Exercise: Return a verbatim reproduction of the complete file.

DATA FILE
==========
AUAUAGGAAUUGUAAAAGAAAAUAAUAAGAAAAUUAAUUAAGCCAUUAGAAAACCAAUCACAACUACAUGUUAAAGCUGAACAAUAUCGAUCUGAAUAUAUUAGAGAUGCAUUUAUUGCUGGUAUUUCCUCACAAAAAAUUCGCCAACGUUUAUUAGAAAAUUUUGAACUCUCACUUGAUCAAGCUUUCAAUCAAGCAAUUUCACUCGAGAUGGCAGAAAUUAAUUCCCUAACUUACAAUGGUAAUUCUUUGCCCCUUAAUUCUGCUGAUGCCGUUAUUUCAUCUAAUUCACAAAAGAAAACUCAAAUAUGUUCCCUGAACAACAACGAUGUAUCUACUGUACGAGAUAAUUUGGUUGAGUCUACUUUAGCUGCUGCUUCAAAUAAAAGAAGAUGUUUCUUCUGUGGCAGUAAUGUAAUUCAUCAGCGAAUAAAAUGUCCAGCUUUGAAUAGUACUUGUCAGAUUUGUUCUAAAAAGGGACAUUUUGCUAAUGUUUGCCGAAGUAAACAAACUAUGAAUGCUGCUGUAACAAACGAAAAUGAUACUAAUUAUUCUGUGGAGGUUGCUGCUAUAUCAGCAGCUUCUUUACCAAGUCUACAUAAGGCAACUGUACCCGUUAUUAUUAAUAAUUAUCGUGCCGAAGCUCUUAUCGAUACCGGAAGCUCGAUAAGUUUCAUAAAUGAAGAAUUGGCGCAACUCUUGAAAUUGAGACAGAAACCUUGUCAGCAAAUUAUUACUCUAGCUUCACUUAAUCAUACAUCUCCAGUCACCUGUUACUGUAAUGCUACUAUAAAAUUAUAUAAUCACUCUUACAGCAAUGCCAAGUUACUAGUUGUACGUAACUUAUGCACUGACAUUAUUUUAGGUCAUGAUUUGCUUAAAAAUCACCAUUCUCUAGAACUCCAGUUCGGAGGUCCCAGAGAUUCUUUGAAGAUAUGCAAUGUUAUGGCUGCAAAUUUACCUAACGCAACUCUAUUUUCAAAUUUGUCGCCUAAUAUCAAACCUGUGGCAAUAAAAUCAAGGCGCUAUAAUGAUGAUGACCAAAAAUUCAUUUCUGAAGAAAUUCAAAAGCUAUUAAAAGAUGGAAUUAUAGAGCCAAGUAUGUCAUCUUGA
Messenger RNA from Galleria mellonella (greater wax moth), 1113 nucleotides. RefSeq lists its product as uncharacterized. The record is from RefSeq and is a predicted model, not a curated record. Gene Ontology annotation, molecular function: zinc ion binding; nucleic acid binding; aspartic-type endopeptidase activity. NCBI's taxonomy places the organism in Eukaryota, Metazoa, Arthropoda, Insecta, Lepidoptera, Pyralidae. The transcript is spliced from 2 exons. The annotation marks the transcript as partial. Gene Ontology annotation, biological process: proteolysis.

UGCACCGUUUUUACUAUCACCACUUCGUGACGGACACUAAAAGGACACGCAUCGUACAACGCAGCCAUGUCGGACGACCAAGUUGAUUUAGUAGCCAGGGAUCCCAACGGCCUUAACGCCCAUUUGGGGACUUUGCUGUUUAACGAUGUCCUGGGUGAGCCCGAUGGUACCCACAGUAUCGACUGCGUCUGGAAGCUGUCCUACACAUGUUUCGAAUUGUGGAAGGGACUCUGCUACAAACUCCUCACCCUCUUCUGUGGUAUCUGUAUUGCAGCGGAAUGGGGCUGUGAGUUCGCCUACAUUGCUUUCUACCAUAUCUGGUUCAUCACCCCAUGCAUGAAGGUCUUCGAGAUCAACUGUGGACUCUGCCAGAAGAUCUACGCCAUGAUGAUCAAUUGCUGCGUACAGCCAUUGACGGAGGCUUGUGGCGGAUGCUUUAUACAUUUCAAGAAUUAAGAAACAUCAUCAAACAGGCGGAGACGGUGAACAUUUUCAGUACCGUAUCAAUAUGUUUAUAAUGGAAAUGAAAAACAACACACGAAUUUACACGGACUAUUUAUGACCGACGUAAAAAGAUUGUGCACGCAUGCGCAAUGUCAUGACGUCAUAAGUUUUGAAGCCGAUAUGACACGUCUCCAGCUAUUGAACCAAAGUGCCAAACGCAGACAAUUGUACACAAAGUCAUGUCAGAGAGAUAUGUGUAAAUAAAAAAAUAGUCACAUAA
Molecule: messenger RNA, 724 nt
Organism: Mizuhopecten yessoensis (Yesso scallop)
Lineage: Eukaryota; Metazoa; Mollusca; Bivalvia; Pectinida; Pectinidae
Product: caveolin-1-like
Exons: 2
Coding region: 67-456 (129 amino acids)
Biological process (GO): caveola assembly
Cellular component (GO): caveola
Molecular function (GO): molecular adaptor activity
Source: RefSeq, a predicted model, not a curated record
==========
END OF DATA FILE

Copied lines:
AUAUAGGAAUUGUAAAAGAAAAUAAUAAGAAAAUUAAUUAAGCCAUUAGAAAACCAAUCACAACUACAUGUUAAAGCUGAACAAUAUCGAUCUGAAUAUAUUAGAGAUGCAUUUAUUGCUGGUAUUUCCUCACAAAAAAUUCGCCAACGUUUAUUAGAAAAUUUUGAACUCUCACUUGAUCAAGCUUUCAAUCAAGCAAUUUCACUCGAGAUGGCAGAAAUUAAUUCCCUAACUUACAAUGGUAAUUCUUUGCCCCUUAAUUCUGCUGAUGCCGUUAUUUCAUCUAAUUCACAAAAGAAAACUCAAAUAUGUUCCCUGAACAACAACGAUGUAUCUACUGUACGAGAUAAUUUGGUUGAGUCUACUUUAGCUGCUGCUUCAAAUAAAAGAAGAUGUUUCUUCUGUGGCAGUAAUGUAAUUCAUCAGCGAAUAAAAUGUCCAGCUUUGAAUAGUACUUGUCAGAUUUGUUCUAAAAAGGGACAUUUUGCUAAUGUUUGCCGAAGUAAACAAACUAUGAAUGCUGCUGUAACAAACGAAAAUGAUACUAAUUAUUCUGUGGAGGUUGCUGCUAUAUCAGCAGCUUCUUUACCAAGUCUACAUAAGGCAACUGUACCCGUUAUUAUUAAUAAUUAUCGUGCCGAAGCUCUUAUCGAUACCGGAAGCUCGAUAAGUUUCAUAAAUGAAGAAUUGGCGCAACUCUUGAAAUUGAGACAGAAACCUUGUCAGCAAAUUAUUACUCUAGCUUCACUUAAUCAUACAUCUCCAGUCACCUGUUACUGUAAUGCUACUAUAAAAUUAUAUAAUCACUCUUACAGCAAUGCCAAGUUACUAGUUGUACGUAACUUAUGCACUGACAUUAUUUUAGGUCAUGAUUUGCUUAAAAAUCACCAUUCUCUAGAACUCCAGUUCGGAGGUCCCAGAGAUUCUUUGAAGAUAUGCAAUGUUAUGGCUGCAAAUUUACCUAACGCAACUCUAUUUUCAAAUUUGUCGCCUAAUAUCAAACCUGUGGCAAUAAAAUCAAGGCGCUAUAAUGAUGAUGACCAAAAAUUCAUUUCUGAAGAAAUUCAAAAGCUAUUAAAAGAUGGAAUUAUAGAGCCAAGUAUGUCAUCUUGA
Messenger RNA from Galleria mellonella (greater wax moth), 1113 nucleotides. RefSeq lists its product as uncharacterized. The record is from RefSeq and is a predicted model, not a curated record. Gene Ontology annotation, molecular function: zinc ion binding; nucleic acid binding; aspartic-type endopeptidase activity. NCBI's taxonomy places the organism in Eukaryota, Metazoa, Arthropoda, Insecta, Lepidoptera, Pyralidae. The transcript is spliced from 2 exons. The annotation marks the transcript as partial. Gene Ontology annotation, biological process: proteolysis.

UGCACCGUUUUUACUAUCACCACUUCGUGACGGACACUAAAAGGACACGCAUCGUACAACGCAGCCAUGUCGGACGACCAAGUUGAUUUAGUAGCCAGGGAUCCCAACGGCCUUAACGCCCAUUUGGGGACUUUGCUGUUUAACGAUGUCCUGGGUGAGCCCGAUGGUACCCACAGUAUCGACUGCGUCUGGAAGCUGUCCUACACAUGUUUCGAAUUGUGGAAGGGACUCUGCUACAAACUCCUCACCCUCUUCUGUGGUAUCUGUAUUGCAGCGGAAUGGGGCUGUGAGUUCGCCUACAUUGCUUUCUACCAUAUCUGGUUCAUCACCCCAUGCAUGAAGGUCUUCGAGAUCAACUGUGGACUCUGCCAGAAGAUCUACGCCAUGAUGAUCAAUUGCUGCGUACAGCCAUUGACGGAGGCUUGUGGCGGAUGCUUUAUACAUUUCAAGAAUUAAGAAACAUCAUCAAACAGGCGGAGACGGUGAACAUUUUCAGUACCGUAUCAAUAUGUUUAUAAUGGAAAUGAAAAACAACACACGAAUUUACACGGACUAUUUAUGACCGACGUAAAAAGAUUGUGCACGCAUGCGCAAUGUCAUGACGUCAUAAGUUUUGAAGCCGAUAUGACACGUCUCCAGCUAUUGAACCAAAGUGCCAAACGCAGACAAUUGUACACAAAGUCAUGUCAGAGAGAUAUGUGUAAAUAAAAAAAUAGUCACAUAA
Molecule: messenger RNA, 724 nt
Organism: Mizuhopecten yessoensis (Yesso scallop)
Lineage: Eukaryota; Metazoa; Mollusca; Bivalvia; Pectinida; Pectinidae
Product: caveolin-1-like
Exons: 2
Coding region: 67-456 (129 amino acids)
Biological process (GO): caveola assembly
Cellular component (GO): caveola
Molecular function (GO): molecular adaptor activity
Source: RefSeq, a predicted model, not a curated record